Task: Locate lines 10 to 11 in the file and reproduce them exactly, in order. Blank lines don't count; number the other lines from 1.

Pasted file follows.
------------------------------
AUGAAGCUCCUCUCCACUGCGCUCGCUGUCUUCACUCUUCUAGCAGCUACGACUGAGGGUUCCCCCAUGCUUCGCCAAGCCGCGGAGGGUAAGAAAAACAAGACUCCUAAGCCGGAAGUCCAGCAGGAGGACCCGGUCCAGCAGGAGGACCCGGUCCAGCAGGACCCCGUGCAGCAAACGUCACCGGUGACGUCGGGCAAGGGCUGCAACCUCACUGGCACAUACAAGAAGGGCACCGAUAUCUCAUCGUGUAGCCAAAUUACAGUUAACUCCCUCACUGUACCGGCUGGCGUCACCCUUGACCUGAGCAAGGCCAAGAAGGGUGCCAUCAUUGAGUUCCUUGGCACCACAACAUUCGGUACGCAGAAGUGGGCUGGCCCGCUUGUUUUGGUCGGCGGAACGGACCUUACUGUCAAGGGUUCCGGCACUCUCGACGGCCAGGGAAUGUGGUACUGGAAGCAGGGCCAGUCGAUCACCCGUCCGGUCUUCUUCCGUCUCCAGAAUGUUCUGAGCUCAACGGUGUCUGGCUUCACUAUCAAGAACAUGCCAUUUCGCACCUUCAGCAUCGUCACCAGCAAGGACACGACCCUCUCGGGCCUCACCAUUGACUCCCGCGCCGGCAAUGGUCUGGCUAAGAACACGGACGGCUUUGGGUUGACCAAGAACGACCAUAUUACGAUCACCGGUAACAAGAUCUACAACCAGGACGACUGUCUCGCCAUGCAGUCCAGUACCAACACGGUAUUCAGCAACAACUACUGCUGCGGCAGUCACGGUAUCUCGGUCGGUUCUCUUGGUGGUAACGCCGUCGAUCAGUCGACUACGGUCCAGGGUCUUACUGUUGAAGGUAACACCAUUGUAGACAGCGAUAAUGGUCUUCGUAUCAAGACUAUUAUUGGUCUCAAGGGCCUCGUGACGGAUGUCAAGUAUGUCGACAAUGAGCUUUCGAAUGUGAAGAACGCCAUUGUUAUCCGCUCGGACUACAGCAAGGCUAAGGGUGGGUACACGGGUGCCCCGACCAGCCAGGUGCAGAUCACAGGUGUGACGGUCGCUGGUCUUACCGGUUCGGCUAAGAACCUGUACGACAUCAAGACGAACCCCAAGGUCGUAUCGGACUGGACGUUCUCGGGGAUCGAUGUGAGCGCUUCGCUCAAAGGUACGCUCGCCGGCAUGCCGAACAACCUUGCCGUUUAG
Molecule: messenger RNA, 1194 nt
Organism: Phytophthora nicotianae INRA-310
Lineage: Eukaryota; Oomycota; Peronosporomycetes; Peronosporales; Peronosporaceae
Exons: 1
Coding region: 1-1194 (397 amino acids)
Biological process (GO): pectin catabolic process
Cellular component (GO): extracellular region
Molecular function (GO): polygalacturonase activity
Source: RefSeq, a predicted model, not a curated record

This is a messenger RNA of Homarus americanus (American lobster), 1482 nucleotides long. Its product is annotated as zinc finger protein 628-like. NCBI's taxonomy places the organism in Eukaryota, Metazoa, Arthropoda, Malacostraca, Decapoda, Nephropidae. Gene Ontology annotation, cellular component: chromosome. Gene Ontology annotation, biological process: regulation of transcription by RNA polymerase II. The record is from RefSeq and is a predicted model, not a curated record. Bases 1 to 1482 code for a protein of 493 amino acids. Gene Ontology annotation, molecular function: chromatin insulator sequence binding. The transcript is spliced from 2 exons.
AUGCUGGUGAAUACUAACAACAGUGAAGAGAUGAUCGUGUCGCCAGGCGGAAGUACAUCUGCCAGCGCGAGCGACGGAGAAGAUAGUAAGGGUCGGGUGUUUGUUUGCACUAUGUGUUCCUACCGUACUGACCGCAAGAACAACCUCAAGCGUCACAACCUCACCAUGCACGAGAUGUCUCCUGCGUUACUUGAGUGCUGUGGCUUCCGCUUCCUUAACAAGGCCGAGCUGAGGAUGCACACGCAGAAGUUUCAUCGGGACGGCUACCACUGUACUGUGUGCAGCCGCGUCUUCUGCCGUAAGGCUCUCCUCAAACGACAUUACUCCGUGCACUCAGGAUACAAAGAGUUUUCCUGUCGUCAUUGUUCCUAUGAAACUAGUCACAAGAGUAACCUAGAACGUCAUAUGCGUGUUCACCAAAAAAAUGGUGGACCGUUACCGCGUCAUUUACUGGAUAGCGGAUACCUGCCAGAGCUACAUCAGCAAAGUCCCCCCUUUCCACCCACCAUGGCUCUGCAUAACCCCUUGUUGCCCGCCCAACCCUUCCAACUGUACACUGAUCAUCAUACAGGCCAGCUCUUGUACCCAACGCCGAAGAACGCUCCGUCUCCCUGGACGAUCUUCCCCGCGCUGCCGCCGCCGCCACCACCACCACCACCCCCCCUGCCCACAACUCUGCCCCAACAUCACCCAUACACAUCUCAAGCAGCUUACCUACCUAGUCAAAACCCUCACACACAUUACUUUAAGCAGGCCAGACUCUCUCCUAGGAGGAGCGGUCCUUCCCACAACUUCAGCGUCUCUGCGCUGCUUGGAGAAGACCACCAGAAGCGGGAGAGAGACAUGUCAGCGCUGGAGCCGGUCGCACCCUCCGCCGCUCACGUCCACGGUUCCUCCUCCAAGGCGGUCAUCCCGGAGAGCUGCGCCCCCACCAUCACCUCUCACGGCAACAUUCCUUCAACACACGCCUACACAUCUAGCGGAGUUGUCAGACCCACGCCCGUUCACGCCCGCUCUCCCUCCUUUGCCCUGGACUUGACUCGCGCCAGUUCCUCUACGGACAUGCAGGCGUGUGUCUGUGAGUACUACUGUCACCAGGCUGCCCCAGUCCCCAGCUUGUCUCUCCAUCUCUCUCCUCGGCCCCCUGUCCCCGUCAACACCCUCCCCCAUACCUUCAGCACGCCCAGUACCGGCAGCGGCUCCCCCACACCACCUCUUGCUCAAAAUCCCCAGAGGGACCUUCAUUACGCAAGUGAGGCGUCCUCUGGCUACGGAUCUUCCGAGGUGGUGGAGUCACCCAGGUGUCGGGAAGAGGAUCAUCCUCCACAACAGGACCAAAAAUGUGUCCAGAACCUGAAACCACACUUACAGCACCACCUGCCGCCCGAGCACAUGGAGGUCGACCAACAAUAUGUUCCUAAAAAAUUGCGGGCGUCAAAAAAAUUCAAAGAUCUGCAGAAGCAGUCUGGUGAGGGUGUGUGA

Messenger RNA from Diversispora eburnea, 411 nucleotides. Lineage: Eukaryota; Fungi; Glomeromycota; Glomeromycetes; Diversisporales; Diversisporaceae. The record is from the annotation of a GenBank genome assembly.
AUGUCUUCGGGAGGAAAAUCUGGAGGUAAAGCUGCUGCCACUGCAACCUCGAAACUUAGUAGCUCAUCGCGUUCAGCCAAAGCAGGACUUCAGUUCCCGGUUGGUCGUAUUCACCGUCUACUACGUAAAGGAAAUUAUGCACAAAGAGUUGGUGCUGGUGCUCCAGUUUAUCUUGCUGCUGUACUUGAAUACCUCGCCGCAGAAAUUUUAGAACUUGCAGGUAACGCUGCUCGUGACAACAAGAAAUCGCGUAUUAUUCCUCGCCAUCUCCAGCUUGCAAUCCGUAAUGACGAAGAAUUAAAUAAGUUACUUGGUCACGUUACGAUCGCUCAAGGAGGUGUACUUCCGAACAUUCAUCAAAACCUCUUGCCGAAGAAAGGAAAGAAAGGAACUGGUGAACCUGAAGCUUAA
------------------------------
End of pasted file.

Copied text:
Source: RefSeq, a predicted model, not a curated record

This is a messenger RNA of Homarus americanus (American lobster), 1482 nucleotides long. Its product is annotated as zinc finger protein 628-like. NCBI's taxonomy places the organism in Eukaryota, Metazoa, Arthropoda, Malacostraca, Decapoda, Nephropidae. Gene Ontology annotation, cellular component: chromosome. Gene Ontology annotation, biological process: regulation of transcription by RNA polymerase II. The record is from RefSeq and is a predicted model, not a curated record. Bases 1 to 1482 code for a protein of 493 amino acids. Gene Ontology annotation, molecular function: chromatin insulator sequence binding. The transcript is spliced from 2 exons.